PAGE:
Paper No. 128-5
Presentation Time: 2:30 PM-6:30 PM
INTERTIDAL EVIDENCE FOR A COLUMBIA RIVER DAM-BREAK FLOOD IN THE 15TH CENTURY CE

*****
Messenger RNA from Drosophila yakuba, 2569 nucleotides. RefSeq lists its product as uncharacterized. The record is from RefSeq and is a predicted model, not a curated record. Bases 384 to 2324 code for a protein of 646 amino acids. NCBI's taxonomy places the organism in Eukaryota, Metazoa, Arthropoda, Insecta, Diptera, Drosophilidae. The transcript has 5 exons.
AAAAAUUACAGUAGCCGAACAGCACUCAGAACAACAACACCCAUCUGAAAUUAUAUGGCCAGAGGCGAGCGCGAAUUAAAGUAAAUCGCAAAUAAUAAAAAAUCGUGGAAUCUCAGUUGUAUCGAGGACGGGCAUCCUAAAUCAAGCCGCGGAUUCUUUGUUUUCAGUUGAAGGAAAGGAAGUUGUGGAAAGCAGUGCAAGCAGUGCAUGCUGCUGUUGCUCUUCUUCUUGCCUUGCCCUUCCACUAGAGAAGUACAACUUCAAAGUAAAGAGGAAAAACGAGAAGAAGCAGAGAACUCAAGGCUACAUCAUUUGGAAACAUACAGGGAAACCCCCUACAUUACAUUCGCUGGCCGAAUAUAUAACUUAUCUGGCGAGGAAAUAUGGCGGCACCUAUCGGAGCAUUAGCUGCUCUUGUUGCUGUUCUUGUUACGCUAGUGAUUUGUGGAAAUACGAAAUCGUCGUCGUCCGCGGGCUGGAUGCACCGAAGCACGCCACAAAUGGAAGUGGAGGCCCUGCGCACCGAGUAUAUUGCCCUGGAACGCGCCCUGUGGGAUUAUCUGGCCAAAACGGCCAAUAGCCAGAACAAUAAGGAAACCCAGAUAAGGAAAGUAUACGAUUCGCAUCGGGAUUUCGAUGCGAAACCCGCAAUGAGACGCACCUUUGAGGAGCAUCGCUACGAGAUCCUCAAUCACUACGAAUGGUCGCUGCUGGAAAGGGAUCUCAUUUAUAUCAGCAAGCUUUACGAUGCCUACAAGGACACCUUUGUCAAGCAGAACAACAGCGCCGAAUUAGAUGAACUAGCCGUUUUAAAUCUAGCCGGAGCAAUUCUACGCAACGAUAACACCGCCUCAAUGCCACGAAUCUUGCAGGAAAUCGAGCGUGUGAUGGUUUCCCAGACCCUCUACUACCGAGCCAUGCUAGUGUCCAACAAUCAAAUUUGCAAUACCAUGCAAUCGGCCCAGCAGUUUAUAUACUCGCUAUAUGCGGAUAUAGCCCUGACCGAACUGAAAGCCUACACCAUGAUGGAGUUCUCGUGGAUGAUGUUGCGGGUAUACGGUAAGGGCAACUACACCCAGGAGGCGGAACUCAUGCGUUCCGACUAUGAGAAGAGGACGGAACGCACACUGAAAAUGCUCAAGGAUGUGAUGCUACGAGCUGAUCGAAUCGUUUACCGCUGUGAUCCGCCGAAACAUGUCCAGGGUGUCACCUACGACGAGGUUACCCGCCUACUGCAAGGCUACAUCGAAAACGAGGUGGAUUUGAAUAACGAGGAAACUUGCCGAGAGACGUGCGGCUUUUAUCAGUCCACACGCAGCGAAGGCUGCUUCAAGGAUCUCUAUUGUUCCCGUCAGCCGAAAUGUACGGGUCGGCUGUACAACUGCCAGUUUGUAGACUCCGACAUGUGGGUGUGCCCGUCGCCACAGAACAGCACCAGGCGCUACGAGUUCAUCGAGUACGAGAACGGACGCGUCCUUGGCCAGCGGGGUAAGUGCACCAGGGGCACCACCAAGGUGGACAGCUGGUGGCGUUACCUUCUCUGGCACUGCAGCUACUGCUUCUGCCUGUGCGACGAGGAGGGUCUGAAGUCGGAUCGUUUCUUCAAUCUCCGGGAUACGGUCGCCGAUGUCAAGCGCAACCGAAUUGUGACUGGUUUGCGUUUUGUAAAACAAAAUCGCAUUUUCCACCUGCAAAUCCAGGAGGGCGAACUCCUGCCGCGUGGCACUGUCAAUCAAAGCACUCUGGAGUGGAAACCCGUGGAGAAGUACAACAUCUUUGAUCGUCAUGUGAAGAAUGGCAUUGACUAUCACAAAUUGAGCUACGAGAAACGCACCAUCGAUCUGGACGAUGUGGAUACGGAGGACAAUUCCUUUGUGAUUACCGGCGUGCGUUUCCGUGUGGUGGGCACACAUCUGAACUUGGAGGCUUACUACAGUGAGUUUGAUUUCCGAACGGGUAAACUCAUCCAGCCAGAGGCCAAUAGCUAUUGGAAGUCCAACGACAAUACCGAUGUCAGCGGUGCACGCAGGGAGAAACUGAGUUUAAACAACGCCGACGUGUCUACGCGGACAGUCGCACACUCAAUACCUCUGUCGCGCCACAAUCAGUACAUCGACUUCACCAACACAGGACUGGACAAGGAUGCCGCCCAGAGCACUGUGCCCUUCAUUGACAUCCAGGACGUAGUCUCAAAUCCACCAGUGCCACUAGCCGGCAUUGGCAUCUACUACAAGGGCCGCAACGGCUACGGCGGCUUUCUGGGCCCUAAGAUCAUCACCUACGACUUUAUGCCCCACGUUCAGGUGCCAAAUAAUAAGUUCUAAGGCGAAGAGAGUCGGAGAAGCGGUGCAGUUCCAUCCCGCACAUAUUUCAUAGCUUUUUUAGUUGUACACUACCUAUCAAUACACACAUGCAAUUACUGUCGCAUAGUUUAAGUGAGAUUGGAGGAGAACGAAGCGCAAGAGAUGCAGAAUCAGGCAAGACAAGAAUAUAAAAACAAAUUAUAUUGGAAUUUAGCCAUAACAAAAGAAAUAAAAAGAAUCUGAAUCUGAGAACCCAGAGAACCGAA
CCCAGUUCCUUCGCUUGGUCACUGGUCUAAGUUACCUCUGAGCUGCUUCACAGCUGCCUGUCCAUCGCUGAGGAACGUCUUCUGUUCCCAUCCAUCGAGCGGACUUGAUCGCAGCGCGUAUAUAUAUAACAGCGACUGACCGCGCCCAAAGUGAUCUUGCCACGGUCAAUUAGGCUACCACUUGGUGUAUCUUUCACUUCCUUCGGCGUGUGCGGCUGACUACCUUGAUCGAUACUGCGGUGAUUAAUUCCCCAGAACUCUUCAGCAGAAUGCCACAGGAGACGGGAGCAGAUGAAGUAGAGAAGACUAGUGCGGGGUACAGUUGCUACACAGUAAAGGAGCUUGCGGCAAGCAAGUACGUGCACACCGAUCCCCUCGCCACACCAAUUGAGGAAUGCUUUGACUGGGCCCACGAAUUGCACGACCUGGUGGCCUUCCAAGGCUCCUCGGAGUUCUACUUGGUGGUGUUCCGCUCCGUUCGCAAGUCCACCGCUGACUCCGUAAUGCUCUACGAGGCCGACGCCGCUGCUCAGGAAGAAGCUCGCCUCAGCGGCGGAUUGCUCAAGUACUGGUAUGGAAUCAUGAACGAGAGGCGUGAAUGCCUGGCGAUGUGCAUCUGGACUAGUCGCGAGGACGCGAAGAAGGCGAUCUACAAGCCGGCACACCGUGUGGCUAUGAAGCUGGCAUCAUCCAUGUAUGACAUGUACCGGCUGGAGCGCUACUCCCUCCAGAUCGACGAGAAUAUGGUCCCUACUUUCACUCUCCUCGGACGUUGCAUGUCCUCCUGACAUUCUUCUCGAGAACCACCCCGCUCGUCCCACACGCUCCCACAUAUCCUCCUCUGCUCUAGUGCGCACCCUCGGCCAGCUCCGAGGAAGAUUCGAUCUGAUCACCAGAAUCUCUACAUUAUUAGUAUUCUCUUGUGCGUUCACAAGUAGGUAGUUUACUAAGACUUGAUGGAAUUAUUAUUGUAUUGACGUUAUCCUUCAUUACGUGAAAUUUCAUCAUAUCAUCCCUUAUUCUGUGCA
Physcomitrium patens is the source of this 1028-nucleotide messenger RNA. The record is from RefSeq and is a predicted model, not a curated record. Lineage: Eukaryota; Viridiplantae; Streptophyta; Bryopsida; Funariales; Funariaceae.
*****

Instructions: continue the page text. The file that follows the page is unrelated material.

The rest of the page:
An anomalous unit of gray silt and clay exposed at low tide provides stratigraphic evidence for rapid incision of the 15th century Bonneville Landslide, which dammed the Columbia River some 50 km upstream of Portland, Oregon. First described in the early 1990s, this probable flood deposit is being reexamined to refine estimates of its age, to check for signs of coeval seismic shaking, and to provide ground truth for flood simulations. The unit is distinctively paired with an overlying waterlaid tephra previously correlated geochemically with the 1479 Wn eruption of Mount St. Helens. Plant detritus within and beneath the unit provides material for radiocarbon dating. The unit’s total thickness ranges from 1 to 8 cm. Its internal structure varies among sites, with some outcrops displaying two or three fining-upward layers while others contain just one. Sand dikes evidence ground shaking in some outcrops, though those observed thus far erupted at stratigraphic levels decimeters below and above the unit but not at the level of the probable flood deposit itself. Study of this downstream deposit joins other efforts to understand the timing, cause, and impact of the Bonneville landslide.